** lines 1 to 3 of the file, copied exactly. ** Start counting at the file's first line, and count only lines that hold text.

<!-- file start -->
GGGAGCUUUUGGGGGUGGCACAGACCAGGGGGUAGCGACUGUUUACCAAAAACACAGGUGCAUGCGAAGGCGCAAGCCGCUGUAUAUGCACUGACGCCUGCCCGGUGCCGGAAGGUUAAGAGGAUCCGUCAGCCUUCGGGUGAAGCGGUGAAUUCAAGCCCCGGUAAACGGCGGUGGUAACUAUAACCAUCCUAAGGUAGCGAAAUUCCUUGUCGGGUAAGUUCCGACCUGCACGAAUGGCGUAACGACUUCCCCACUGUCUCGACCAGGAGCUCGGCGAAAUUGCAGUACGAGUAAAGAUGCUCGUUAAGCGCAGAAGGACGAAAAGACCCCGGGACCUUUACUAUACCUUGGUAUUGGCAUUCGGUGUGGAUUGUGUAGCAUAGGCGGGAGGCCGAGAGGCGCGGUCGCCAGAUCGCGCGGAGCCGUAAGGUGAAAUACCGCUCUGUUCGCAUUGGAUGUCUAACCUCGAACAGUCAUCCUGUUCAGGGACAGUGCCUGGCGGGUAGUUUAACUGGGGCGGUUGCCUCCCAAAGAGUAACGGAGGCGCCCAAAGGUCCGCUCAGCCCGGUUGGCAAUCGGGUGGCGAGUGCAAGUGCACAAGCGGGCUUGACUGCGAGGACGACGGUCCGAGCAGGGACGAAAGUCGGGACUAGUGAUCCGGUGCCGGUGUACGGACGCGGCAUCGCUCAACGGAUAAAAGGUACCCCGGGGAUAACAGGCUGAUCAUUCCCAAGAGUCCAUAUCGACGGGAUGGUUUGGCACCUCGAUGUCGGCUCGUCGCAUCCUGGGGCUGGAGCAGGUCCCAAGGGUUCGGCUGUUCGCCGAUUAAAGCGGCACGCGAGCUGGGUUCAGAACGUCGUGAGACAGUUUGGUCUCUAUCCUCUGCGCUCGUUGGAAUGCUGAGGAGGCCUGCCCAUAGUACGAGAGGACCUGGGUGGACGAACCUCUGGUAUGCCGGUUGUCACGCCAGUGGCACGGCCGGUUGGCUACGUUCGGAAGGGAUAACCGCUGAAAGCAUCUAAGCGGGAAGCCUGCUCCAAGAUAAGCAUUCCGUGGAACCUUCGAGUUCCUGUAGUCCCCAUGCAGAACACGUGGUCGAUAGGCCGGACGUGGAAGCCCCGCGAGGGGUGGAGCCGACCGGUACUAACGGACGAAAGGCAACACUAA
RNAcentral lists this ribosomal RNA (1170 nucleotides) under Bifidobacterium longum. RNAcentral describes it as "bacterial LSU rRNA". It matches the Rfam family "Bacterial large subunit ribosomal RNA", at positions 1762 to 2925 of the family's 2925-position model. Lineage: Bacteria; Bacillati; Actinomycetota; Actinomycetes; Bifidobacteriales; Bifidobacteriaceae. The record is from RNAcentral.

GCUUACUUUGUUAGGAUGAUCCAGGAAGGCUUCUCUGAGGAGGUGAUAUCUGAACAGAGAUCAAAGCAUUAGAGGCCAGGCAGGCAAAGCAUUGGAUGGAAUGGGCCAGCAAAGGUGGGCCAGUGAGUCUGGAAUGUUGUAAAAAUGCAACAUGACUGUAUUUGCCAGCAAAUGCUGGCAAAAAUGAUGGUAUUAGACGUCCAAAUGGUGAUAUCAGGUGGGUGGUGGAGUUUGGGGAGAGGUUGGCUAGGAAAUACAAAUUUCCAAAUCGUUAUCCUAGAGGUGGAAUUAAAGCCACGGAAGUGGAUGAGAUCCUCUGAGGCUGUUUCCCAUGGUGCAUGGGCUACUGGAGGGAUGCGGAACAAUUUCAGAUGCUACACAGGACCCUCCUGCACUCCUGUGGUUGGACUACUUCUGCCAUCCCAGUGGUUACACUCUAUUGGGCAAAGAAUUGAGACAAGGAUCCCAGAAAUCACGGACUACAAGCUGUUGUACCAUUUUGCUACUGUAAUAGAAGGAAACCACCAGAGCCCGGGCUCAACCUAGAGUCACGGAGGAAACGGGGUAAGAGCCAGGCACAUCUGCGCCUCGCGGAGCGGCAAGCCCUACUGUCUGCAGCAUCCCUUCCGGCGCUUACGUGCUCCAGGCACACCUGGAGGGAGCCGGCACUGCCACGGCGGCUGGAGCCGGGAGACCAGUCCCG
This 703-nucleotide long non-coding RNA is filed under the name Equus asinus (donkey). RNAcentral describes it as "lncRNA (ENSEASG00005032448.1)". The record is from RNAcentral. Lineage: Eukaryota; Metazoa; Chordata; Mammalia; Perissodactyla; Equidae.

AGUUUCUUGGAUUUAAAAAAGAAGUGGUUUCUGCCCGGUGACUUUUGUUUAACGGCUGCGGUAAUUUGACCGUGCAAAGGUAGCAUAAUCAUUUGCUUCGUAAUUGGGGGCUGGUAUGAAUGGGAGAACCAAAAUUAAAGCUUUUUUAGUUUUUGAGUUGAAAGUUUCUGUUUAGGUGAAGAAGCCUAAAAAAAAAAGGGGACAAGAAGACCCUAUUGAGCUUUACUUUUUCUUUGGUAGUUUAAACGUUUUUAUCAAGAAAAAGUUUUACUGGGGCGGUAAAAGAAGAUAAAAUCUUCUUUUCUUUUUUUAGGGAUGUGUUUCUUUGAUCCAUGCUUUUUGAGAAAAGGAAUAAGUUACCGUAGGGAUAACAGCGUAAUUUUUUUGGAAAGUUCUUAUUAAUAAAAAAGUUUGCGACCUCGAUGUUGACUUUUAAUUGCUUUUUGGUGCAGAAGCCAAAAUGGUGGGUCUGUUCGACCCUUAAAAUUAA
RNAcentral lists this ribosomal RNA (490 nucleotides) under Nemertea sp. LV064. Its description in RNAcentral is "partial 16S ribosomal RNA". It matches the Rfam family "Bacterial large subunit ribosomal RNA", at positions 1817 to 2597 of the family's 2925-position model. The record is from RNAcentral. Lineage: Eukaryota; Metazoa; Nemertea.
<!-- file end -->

GGGAGCUUUUGGGGGUGGCACAGACCAGGGGGUAGCGACUGUUUACCAAAAACACAGGUGCAUGCGAAGGCGCAAGCCGCUGUAUAUGCACUGACGCCUGCCCGGUGCCGGAAGGUUAAGAGGAUCCGUCAGCCUUCGGGUGAAGCGGUGAAUUCAAGCCCCGGUAAACGGCGGUGGUAACUAUAACCAUCCUAAGGUAGCGAAAUUCCUUGUCGGGUAAGUUCCGACCUGCACGAAUGGCGUAACGACUUCCCCACUGUCUCGACCAGGAGCUCGGCGAAAUUGCAGUACGAGUAAAGAUGCUCGUUAAGCGCAGAAGGACGAAAAGACCCCGGGACCUUUACUAUACCUUGGUAUUGGCAUUCGGUGUGGAUUGUGUAGCAUAGGCGGGAGGCCGAGAGGCGCGGUCGCCAGAUCGCGCGGAGCCGUAAGGUGAAAUACCGCUCUGUUCGCAUUGGAUGUCUAACCUCGAACAGUCAUCCUGUUCAGGGACAGUGCCUGGCGGGUAGUUUAACUGGGGCGGUUGCCUCCCAAAGAGUAACGGAGGCGCCCAAAGGUCCGCUCAGCCCGGUUGGCAAUCGGGUGGCGAGUGCAAGUGCACAAGCGGGCUUGACUGCGAGGACGACGGUCCGAGCAGGGACGAAAGUCGGGACUAGUGAUCCGGUGCCGGUGUACGGACGCGGCAUCGCUCAACGGAUAAAAGGUACCCCGGGGAUAACAGGCUGAUCAUUCCCAAGAGUCCAUAUCGACGGGAUGGUUUGGCACCUCGAUGUCGGCUCGUCGCAUCCUGGGGCUGGAGCAGGUCCCAAGGGUUCGGCUGUUCGCCGAUUAAAGCGGCACGCGAGCUGGGUUCAGAACGUCGUGAGACAGUUUGGUCUCUAUCCUCUGCGCUCGUUGGAAUGCUGAGGAGGCCUGCCCAUAGUACGAGAGGACCUGGGUGGACGAACCUCUGGUAUGCCGGUUGUCACGCCAGUGGCACGGCCGGUUGGCUACGUUCGGAAGGGAUAACCGCUGAAAGCAUCUAAGCGGGAAGCCUGCUCCAAGAUAAGCAUUCCGUGGAACCUUCGAGUUCCUGUAGUCCCCAUGCAGAACACGUGGUCGAUAGGCCGGACGUGGAAGCCCCGCGAGGGGUGGAGCCGACCGGUACUAACGGACGAAAGGCAACACUAA
RNAcentral lists this ribosomal RNA (1170 nucleotides) under Bifidobacterium longum. RNAcentral describes it as "bacterial LSU rRNA". It matches the Rfam family "Bacterial large subunit ribosomal RNA", at positions 1762 to 2925 of the family's 2925-position model. Lineage: Bacteria; Bacillati; Actinomycetota; Actinomycetes; Bifidobacteriales; Bifidobacteriaceae. The record is from RNAcentral.

GCUUACUUUGUUAGGAUGAUCCAGGAAGGCUUCUCUGAGGAGGUGAUAUCUGAACAGAGAUCAAAGCAUUAGAGGCCAGGCAGGCAAAGCAUUGGAUGGAAUGGGCCAGCAAAGGUGGGCCAGUGAGUCUGGAAUGUUGUAAAAAUGCAACAUGACUGUAUUUGCCAGCAAAUGCUGGCAAAAAUGAUGGUAUUAGACGUCCAAAUGGUGAUAUCAGGUGGGUGGUGGAGUUUGGGGAGAGGUUGGCUAGGAAAUACAAAUUUCCAAAUCGUUAUCCUAGAGGUGGAAUUAAAGCCACGGAAGUGGAUGAGAUCCUCUGAGGCUGUUUCCCAUGGUGCAUGGGCUACUGGAGGGAUGCGGAACAAUUUCAGAUGCUACACAGGACCCUCCUGCACUCCUGUGGUUGGACUACUUCUGCCAUCCCAGUGGUUACACUCUAUUGGGCAAAGAAUUGAGACAAGGAUCCCAGAAAUCACGGACUACAAGCUGUUGUACCAUUUUGCUACUGUAAUAGAAGGAAACCACCAGAGCCCGGGCUCAACCUAGAGUCACGGAGGAAACGGGGUAAGAGCCAGGCACAUCUGCGCCUCGCGGAGCGGCAAGCCCUACUGUCUGCAGCAUCCCUUCCGGCGCUUACGUGCUCCAGGCACACCUGGAGGGAGCCGGCACUGCCACGGCGGCUGGAGCCGGGAGACCAGUCCCG